Among the most enthusiastic vegetables you can have in your garden is the humble bean. Though they can not be planted until the earth has been well warmed and the danger of frost is past, beans are quick to peep up through the seedbed, pulling their folded leaves from underground into the sunlight. You can assist in this process by turning the soil over several times to loosen it before planting and by mulching it lightly right after planting.
If your beans are a pole variety, make sure the pole is firmly in the ground before planting. Given the opportunity, pole beans may reach a height of 10 to 15 feet. Unless you have an unusual garden (or you play for an NBA team), such a height is not practical, but you can take advantage of the potential by making an arch with two poles. Several arches in a row make a cozy tunnel, and beans can be harvested from the walls and the ceiling. Beans growing on poles enjoy better ventilation than bush beans, making them less susceptible to disease. Many gardeners grow both bush and pole varieties.
Beans must be grown in full sunlight, lest the plants grow spindly in the search for more light. Too much heat, however, will reduce their productivity; 70° to 80℉ is ideal. In hot weather, mulch helps to cool the soil and retain moisture. Most beans will tolerate a wide range of soil types, but they won’t do well in soil that is poorly drained.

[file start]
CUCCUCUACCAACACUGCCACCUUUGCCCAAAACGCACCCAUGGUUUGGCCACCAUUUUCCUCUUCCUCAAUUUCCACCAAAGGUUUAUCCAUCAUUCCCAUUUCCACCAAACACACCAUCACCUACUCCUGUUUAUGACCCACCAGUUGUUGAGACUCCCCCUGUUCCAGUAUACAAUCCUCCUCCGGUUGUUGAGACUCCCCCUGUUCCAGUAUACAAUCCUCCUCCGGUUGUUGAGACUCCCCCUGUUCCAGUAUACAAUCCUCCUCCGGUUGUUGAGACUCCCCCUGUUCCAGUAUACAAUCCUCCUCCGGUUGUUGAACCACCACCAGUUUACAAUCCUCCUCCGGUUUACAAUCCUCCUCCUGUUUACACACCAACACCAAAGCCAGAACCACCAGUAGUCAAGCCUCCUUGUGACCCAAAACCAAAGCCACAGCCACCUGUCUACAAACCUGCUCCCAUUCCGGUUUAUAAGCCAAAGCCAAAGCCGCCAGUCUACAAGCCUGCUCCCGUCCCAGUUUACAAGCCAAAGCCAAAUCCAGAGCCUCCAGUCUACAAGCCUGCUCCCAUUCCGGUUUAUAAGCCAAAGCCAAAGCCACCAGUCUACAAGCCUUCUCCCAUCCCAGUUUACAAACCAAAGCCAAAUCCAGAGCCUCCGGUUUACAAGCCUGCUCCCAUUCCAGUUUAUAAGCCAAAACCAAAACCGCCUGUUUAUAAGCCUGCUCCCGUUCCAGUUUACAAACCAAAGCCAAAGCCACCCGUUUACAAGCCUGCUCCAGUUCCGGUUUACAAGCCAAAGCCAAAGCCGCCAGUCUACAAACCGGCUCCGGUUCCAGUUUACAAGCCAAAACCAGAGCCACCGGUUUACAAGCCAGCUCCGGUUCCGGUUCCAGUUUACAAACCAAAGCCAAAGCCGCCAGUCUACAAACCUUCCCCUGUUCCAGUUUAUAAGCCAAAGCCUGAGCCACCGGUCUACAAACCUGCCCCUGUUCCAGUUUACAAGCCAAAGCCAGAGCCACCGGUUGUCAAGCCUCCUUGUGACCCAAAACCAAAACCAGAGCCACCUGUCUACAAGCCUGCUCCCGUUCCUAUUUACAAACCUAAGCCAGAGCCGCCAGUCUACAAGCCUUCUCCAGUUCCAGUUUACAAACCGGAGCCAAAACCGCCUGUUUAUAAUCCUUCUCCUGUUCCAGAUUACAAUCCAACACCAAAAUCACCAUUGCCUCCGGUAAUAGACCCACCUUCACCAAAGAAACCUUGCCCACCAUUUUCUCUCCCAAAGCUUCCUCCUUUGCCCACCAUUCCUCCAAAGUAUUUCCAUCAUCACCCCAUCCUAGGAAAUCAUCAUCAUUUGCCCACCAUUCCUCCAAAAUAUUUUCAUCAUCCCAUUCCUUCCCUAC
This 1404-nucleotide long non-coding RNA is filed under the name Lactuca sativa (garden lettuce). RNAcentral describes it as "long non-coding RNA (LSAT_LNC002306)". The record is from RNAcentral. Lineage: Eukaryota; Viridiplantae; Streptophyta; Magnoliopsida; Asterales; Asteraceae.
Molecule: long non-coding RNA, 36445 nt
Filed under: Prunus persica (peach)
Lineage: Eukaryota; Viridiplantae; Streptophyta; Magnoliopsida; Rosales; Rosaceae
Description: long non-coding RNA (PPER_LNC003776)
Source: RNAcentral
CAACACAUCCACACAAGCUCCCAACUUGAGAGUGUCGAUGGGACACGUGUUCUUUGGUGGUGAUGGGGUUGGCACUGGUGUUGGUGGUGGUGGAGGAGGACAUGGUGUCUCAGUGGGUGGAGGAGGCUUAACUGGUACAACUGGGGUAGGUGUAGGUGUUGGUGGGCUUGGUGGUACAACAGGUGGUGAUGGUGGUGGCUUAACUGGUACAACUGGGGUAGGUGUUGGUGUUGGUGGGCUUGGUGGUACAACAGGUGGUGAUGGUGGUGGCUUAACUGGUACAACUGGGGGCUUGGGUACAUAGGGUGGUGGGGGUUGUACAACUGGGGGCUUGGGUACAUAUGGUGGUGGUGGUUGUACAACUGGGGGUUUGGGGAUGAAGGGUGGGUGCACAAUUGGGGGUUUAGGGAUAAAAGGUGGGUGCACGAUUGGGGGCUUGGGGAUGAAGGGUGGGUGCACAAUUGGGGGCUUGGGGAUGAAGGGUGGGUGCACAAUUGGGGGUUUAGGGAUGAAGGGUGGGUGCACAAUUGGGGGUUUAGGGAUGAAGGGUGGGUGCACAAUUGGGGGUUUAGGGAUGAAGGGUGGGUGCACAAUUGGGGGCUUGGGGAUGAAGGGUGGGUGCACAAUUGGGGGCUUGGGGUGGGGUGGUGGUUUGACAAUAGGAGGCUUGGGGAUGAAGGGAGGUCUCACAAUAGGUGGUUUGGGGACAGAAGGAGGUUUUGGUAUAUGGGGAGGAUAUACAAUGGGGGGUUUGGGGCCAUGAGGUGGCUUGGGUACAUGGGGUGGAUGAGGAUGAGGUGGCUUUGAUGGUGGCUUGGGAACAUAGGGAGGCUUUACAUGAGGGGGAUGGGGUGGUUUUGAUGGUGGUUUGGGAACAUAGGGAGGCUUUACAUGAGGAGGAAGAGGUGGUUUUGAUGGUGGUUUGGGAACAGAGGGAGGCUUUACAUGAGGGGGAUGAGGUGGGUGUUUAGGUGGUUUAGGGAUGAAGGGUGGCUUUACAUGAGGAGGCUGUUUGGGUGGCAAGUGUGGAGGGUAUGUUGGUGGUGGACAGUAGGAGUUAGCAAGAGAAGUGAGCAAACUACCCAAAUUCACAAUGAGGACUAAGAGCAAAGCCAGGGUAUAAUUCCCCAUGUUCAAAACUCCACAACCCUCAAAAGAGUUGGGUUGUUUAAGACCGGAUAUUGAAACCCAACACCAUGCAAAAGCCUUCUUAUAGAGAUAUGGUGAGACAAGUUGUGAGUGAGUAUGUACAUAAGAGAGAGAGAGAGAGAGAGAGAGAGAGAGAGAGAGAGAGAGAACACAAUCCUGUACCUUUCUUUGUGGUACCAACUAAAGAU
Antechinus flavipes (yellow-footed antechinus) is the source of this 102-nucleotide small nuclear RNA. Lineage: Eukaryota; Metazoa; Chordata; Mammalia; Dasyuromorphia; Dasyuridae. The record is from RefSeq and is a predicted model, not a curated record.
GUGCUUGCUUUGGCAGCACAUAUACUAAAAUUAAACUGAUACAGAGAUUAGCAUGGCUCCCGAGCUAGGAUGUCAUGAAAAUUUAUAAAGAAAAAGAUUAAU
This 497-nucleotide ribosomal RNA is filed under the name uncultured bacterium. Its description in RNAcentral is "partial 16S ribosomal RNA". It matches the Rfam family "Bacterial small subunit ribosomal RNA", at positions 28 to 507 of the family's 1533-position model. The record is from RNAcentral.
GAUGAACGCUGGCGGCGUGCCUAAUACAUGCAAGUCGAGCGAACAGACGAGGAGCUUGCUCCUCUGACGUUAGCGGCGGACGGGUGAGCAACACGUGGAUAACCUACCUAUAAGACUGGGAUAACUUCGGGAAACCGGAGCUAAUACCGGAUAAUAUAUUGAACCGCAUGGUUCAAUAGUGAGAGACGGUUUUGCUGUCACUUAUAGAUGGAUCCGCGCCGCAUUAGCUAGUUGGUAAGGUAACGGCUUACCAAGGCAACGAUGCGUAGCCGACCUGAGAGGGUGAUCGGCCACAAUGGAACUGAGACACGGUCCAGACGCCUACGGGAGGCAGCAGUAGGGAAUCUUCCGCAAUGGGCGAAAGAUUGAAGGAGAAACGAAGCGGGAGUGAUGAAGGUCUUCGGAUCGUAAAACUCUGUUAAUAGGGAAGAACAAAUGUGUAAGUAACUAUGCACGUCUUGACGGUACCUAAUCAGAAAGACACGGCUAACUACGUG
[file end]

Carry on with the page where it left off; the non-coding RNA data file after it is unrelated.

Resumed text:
Soil inoculants (available from most seed suppliers), which help to fix nitrogen in the soil, promote healthy growth and a better root system. Toss the seeds in the bean-inoculant powder before planting. Once the beans emerge, they can be fertilized with a low nitrogen fertilizer such as 5-10-10. Pole beans tend to be heavier feeders than bush beans.
There are so many varieties of beans that you can easily experiment with new ones every year and also grow your old standbys. Purple beans add color to a salad, but they turn green when cooked. The ‘Kentucky Wonder’ is famous for its good, reliable flavor, but you’ll find excellent flavor from ‘Romano’ and ‘Roma’ types as well. While you may develop preferences, a good fresh bean of any kind is bound to please your palate.